The G25 is one of the highest rated drivers of the 2014 class. However, this may not be a good option for you if you like that ‘crushed it’ feeling off the tee. You will still hit great shots, but it might not necessarily feel that way.
Callaway X2 Hot Driver
We decided to include a second Callaway driver in our reviews because the X2 is one of the best in the max game improvement category. Anyone struggling off the tee should seriously consider switching to this oversized beast. If you cannot improve your tee shots with the X2, you might not be able to improve them at all.
Golf Digest gives the X2 4.5 stars for performance and innovation. The club was designed to have a lower weight in favour of a larger club face with a more generous sweet spot. Even the most confidence-challenged hitters will feel better as they see their tee shots heading straight down the fairway. Faster ball speeds add to the longer distance as most balls continue rolling after impact.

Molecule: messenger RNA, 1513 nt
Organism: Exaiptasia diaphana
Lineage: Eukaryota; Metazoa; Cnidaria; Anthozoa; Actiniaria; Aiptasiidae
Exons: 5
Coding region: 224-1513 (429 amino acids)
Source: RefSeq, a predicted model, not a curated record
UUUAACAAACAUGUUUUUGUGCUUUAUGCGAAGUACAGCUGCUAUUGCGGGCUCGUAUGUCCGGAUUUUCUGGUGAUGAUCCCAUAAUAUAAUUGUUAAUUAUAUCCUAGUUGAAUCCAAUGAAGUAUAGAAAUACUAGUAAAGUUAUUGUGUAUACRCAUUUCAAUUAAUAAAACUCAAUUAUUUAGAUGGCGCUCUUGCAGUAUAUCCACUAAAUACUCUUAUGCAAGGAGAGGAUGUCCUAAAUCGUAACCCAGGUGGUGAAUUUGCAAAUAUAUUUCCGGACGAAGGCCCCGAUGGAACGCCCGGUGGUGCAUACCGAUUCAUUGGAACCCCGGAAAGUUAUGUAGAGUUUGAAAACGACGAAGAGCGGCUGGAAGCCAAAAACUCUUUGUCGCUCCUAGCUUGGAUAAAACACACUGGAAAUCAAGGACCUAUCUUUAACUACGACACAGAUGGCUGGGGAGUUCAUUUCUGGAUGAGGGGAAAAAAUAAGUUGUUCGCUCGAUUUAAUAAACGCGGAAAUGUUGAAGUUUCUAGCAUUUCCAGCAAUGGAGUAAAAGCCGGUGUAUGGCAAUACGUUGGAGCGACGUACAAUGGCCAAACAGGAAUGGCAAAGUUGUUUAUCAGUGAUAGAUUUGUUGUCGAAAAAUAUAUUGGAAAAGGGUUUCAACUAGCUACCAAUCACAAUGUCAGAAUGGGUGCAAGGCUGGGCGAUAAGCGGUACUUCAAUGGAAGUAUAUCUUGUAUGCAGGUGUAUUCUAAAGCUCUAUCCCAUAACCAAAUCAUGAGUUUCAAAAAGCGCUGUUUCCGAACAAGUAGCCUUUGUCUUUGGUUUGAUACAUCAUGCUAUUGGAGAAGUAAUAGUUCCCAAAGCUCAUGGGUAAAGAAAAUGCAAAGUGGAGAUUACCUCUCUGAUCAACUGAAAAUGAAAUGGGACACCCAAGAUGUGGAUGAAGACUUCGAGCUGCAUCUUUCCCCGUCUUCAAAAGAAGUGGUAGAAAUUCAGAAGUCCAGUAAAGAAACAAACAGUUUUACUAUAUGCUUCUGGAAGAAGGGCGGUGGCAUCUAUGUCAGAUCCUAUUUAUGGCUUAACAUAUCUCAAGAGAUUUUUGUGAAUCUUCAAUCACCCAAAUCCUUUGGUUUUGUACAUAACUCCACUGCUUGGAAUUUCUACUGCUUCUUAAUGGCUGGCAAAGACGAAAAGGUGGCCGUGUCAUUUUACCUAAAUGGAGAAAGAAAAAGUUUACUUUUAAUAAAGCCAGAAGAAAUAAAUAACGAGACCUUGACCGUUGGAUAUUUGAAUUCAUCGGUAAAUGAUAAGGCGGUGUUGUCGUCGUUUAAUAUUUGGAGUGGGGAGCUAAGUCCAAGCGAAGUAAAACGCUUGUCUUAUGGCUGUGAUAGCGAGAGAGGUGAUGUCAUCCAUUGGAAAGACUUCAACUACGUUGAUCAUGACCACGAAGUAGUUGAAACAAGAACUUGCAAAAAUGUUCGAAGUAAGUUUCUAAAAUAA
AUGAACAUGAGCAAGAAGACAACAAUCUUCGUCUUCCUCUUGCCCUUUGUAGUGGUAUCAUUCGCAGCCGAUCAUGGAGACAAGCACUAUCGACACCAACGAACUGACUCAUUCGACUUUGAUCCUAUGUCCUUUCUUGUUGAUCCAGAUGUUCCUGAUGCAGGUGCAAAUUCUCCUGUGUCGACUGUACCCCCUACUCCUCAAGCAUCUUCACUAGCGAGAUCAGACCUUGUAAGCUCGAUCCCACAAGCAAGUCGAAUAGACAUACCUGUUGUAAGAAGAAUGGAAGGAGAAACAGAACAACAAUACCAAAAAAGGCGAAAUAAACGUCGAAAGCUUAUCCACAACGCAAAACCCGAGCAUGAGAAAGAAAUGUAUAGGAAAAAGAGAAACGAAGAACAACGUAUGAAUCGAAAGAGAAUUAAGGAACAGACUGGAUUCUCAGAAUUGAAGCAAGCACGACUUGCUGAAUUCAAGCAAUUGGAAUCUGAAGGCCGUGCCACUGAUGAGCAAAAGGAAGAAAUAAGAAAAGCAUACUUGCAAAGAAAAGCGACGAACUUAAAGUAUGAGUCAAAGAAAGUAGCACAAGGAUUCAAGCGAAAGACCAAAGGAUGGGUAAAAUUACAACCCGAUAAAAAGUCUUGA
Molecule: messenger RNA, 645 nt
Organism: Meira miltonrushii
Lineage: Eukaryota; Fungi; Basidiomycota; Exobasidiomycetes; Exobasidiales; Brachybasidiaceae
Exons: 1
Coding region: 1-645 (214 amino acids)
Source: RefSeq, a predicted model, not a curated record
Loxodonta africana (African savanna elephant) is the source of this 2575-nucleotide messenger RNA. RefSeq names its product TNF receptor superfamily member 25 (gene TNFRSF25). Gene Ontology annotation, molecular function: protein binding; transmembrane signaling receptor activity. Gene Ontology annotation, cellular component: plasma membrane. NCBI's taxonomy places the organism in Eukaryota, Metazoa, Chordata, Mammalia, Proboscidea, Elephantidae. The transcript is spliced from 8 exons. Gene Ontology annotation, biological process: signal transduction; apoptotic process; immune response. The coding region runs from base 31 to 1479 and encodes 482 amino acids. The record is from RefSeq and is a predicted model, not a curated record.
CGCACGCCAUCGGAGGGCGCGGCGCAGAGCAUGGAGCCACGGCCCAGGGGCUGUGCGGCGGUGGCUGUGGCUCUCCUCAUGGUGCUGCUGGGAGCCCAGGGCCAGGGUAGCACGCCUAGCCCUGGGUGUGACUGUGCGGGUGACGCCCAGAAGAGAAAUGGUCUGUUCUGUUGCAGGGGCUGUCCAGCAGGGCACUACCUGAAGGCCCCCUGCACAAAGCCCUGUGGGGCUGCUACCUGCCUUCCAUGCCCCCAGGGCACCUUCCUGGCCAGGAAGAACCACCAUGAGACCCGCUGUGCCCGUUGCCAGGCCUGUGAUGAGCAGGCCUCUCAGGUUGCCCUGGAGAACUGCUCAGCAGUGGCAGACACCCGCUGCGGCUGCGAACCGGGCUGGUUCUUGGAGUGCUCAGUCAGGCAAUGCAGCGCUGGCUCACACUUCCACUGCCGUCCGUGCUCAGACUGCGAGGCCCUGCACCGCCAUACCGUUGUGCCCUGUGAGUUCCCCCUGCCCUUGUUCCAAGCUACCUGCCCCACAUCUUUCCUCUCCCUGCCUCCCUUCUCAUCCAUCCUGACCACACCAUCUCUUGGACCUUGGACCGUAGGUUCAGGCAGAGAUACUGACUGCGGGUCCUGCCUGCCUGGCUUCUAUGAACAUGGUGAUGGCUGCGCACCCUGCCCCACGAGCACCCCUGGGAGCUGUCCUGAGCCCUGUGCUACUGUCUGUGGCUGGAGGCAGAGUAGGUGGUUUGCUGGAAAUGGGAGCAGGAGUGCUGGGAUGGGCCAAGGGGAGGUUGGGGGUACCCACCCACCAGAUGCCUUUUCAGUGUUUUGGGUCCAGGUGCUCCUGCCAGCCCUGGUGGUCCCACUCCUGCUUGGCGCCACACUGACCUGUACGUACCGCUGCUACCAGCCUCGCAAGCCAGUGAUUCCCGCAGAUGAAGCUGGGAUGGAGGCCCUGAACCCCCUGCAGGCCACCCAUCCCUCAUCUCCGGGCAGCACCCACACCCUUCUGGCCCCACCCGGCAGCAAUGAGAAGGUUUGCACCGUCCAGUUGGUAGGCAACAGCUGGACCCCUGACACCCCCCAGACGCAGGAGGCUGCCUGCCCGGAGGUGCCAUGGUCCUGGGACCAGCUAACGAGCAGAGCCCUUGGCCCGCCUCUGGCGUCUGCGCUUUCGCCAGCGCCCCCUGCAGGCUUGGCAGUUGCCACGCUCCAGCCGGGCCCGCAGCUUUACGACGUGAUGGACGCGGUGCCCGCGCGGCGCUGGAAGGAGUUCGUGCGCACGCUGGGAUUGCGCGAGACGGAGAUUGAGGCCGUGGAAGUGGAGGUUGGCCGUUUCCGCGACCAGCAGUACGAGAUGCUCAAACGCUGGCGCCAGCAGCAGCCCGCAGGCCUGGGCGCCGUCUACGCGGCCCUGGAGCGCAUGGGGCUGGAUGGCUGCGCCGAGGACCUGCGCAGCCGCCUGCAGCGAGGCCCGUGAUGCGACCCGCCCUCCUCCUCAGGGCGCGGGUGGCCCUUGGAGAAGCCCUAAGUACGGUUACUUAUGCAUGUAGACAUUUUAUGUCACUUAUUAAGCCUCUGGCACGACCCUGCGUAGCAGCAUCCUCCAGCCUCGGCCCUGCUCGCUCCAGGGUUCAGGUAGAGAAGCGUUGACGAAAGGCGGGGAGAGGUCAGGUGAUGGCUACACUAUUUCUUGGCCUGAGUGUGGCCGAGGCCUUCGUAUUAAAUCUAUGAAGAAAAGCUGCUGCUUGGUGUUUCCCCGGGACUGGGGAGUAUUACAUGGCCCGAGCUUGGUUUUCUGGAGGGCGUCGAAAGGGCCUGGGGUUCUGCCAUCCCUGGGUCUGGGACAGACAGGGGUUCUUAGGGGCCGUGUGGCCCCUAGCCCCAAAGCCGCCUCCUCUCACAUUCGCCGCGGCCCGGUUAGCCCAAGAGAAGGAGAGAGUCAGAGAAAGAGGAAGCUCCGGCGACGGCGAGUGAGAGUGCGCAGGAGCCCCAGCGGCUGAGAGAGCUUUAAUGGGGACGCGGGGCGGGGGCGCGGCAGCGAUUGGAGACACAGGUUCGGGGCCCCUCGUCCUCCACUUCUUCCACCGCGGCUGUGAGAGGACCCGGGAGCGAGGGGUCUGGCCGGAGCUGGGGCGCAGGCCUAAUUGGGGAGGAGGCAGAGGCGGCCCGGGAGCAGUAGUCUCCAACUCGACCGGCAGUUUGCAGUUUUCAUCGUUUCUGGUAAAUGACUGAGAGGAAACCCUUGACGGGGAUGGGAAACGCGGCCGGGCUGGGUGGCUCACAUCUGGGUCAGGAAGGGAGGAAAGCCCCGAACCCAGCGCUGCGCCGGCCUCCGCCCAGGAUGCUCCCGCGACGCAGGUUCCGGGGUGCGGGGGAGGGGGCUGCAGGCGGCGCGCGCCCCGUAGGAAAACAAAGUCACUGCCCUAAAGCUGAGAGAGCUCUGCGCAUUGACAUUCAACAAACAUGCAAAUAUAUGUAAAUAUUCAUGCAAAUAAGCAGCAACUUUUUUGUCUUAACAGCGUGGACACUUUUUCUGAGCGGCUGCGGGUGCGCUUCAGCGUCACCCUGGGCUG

Most importantly, the X2 is incredibly repeatable. Once the golfer develops a consistent stroke, his or her results will remain consistent, even with an occasional mishit. The one downside here is learning to hit the X2 comfortably and then trying to graduate to a less forgiving driver. However, that is part of the game.
Cobra Bio Cell Fairway Woods
Golf Digest gives the Cobra Bio Cell Fairway woods a five-star rating for performance. That says something. These adjustable fairway woods offer eight different settings spanning three full degrees of loft for the perfect shot every time. For those prone to slicing, these fairway woods may make those shots a thing of the past.
A flexible face insert increases ball speed while a lower weight makes for easier launch. About the only negatives we have found with these woods are the less-than-attractive sound and the tendency to draw for players who swing harder than they should in the fairway. That said, Cobra’s Bio Cell fairway woods are an affordable and usable choice for serious golfers with a relaxed swing.
Adams Tight Lies Fairway Woods